ANALYSIS-Spain in energy policy reversal back to coal, gas
* Policy change more severe than in other European countries
* Bankruptcies expected, leading to job losses
* Debt defaults expected, adding to banks' losses
MADRID, Feb 22 (Reuters) - Spain's latest energy reform, which reverses years of policy to promote renewable power, threatens to reinforce its dependence on coal and costly gas and to bankrupt renewable firms that have built a competitive edge over a decade.
Once a poster child for renewable energy, Spain has slashed subsidies in its fifth attempt to reform a dysfunctional regulated power system, in which prices do not cover costs.
The reforms are designed to help the government cut spending and deal with a financial crisis.
But the reform also puts Spain's renewable firms at risk of going under and could pile more bad debt on its banks. In the long term it could undermine Spain's competitive advantage in renewables and increase its spending on gas and coal imports, adding pressure to its trade balance.
"It will always be cheaper (for Spain) to invest in renewables than to import gas from Algeria," said Javier Garcia Breva, chairman of Spain's Renewables Foundation.
"The crisis in the energy system is an obstacle for exiting the economic crisis," he added.
Spain, blessed with plenty of sun and wind, is well positioned to exploit renewable resources to ease its dependence on expensive fossil fuel imports.
It leads Europe's big economies in renewable capacity, with 30.8 percent of its power generation mix from wind and solar versus 20.6 percent for Germany and 12.4 percent for France.
The reforms, which include cuts to subsidies for renewables and a tax on generation that hit green power particularly hard, have sent investment in the sector plummeting.
Analysts say the latest cuts in renewables will boost Spain's dependency on fossil fuels, mostly coal - the only fossil fuel of which Spain has significant domestic reserves.
The measures could boost costly natural gas imports as well.
"I'm convinced that gas will form a larger part of the energy mix in the medium term. We have very efficient combined-cycle power plants that we can't let go to waste," said Antonio Llarden, chairman of Spanish gas distributor Enagas .
Spain already imports 76 percent of the fuel it needs for electricity, transport and other uses, spending about 40 billion euros ($53.4 billion) a year on foreign oil, gas and coal - the amount it sought in a bailout of its troubled banks last year.
By comparison, it has spent 4.75 billion euros a year on average on subsidies for alternative energy since 2004.
The government, having avoided a bailout so far, is focused on cutting its budget deficit and getting its finances in order.
"(Reforms) sometimes upset one side or the other, or even everyone, but they are needed," Industry Minister Jose Manuel Soria said at an energy event this week.
Analysts also say reform is needed to protect the power grid from a possible collapse as it copes with increasing capacity of renewables, whose output varies depending on the weather.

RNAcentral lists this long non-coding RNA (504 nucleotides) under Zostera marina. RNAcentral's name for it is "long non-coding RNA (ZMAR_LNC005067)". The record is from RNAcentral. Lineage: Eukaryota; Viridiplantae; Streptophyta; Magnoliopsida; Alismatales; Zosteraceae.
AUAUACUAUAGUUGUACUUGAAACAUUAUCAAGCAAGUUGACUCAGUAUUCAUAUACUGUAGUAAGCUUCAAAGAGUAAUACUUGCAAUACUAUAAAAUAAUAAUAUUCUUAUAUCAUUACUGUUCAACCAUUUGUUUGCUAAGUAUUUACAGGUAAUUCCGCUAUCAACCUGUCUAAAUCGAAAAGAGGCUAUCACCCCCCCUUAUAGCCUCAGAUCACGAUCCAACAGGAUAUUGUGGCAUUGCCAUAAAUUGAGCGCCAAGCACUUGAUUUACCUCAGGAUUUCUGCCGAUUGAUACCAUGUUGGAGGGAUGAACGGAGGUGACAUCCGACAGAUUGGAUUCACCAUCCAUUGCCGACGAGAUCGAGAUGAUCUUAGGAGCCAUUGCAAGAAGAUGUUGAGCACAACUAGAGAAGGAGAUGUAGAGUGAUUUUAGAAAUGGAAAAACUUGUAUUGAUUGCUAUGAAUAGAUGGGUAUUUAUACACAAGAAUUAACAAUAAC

"The long-term situation in Spain is to manage their debt, but also for utilities to come to grips with the mismatch between an oversupply of renewables during a time of falling demand," said Michael Bret at AXA Investment Managers.
"They should be worried about their energy security."
Also driving energy reform is a 28 billion euro electricity tariff deficit, a gap created after years of a kick-the-can government policy to include subsidies and other expenses in the cost base of electricity tariffs and then enforce consumer rates that did not cover that cost base.
The difference has been sitting on the balance sheets of big utilities Iberdrola, Endesa and Gas Natural Fenosa as money owed by the government.
The reform would reduce government subsidies and keep the tariff deficit from increasing further.
Other countries in Europe that have invested heavily in renewable energy over the past two decades, such as Germany, are also considering pulling back but in a more gradual way that reduces incentives for the future rather than jerking the rug out from under existing projects.
Spain's reforms threaten to wipe out profits for renewable companies and may send many into bankruptcy.
Revenues in the sector are seen falling by 30 percent as a result of the reforms, several sources in the sector said.
Spain's wind power association AEE says the industry has lost 15,000 jobs since 2008 and that another 15,000 jobs could be lost in coming months.
Foreign investors who poured money into green projects under more favourable rules are now threatening legal action against the government.
The reform could also pile more losses on Spain's banks.
Photovoltaic association UNEF said that of 25 billion euros invested in Spain in recent years, 80 percent is debt, including 15 billion euros held by Spanish banks and 5 billion by international institutions.
"Banks are starting to get worried," said Rocio Sicre, head of AEE, which estimates about three quarters of the 23 billion euros of investment in Spain's wind sector is financed by debt.
Large renewable firms such as Acciona and Abengoa as well as large utilities that rely heavily on wind power generation, such as Iberdrola, could survive without subsidies but need a stable regulatory framework.
"Once you've granted certain conditions (on renewables) they must be respected, even if the Treasury is suffering," lawyer and energy expert Vicente Lopez-Ibor said.
(Additional reporting by Henning Gloystein in London and Geert de Clercq in Paris; Editing by Jane Baird)